Nick Treadway: How This Freelance Software Developer Turned a Layoff Into a Launch

Nick Treadway’s first freelance developer gig didn’t go as planned. He had found a remote contract job in 2009, after teaching himself to code with a framework called Ruby on Rails. Back then, Ruby “had a lot of oomph behind it,” Treadway recalls, due in part to the openness of the Ruby community. “You could reach out with questions, and developers would get back to you.” This was particularly useful to Treadway, a self-taught developer.

A software company hired Treadway to work on front end development. Problems soon popped up – his manager wanted him to change the aesthetic of the user experience nearly every day. Because of all the revisions, it looked like Treadway wasn’t producing. Higher-ups blamed Treadway for the lack of progress, and shortly before Christmas (ouch), they fired him. Although this first gig had gone down in flames, Treadway had made connections that would allow him to rise from the ashes, like a jet-pack Santa shooting out of a stuffy chimney. One by one, other developers at his old gig quit. Treadway and his former colleagues asked themselves, “What if we joined forces and tackled this whole industry?”

Banding Together

Treadway started a sole proprietorship called Yeti Media, which allowed him to hire his former co-workers. Although they worked for him on paper, they were more like partners than employees. “They went above and beyond—helping to close deals, and searching for new work,” Treadway says. After their negative experience, Treadway wanted to make this new working environment a positive one. “We were really focused on developer happiness. Even though we were remote, this fostered a sense of togetherness.” Eventually, they landed a good client called Skyo, the “Netflix of college books.”  After Yeti’s success, Treadway went on to start Treadway AI, a business venture that focuses on machine learning. Most recently, Treadway AI came out with a pet portrait generator called “Paws and Tails.” Users can upload a photo of their pets and the AI produces a portrait, complete with realistic brush strokes. Turning this...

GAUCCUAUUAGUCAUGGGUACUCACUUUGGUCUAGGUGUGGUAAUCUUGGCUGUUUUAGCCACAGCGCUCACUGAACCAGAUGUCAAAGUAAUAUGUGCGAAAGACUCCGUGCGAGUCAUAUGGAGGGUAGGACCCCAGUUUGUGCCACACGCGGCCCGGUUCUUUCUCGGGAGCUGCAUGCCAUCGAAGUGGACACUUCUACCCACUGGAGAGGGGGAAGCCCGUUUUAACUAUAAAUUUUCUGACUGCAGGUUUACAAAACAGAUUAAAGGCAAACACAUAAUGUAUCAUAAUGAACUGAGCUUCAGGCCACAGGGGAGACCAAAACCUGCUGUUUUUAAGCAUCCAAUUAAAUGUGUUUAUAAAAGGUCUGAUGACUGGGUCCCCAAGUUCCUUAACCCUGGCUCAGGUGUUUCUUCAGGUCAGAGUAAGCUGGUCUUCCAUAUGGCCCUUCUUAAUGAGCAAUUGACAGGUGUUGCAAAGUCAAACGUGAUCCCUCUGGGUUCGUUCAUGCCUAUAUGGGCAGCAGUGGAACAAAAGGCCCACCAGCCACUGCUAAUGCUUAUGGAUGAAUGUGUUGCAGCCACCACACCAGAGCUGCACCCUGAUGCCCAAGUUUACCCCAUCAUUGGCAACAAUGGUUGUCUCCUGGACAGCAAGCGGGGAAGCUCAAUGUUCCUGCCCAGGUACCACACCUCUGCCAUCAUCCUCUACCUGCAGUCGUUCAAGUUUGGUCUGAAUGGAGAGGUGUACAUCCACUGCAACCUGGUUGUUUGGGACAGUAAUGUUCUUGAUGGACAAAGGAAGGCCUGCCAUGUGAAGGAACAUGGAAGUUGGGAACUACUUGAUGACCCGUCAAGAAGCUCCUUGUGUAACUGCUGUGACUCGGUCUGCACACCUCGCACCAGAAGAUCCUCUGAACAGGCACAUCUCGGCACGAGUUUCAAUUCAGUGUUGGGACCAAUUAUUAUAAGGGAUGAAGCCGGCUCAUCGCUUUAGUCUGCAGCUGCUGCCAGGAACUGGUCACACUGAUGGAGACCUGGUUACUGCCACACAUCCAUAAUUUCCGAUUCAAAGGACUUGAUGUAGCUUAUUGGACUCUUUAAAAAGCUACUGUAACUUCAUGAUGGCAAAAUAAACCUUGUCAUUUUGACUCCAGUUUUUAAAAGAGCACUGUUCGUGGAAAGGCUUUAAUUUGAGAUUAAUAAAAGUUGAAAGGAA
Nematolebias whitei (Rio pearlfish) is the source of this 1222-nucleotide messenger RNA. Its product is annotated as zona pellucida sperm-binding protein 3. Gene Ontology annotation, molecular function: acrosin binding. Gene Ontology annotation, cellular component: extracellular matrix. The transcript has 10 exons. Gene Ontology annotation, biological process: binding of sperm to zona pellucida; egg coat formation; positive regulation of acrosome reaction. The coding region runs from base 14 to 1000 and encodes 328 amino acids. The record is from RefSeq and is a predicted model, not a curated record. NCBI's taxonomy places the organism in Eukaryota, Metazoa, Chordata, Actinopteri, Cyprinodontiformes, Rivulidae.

Into this:

Treadway sees this as much more than putting a dog in a cowboy outfit. (Although we can all agree that’s a vital service). He wants to expand how people view machine learning, beyond the realm of science and research. “I’m trying to show that you can make art out of AI, and have it be a service all by itself,” he explains. In this beta testing phase, users can choose a cowboy or astronaut costume, but more options are on the way. After all, image is everything, and Treadway knows the value of a smart re-brand.

Scaling Way Up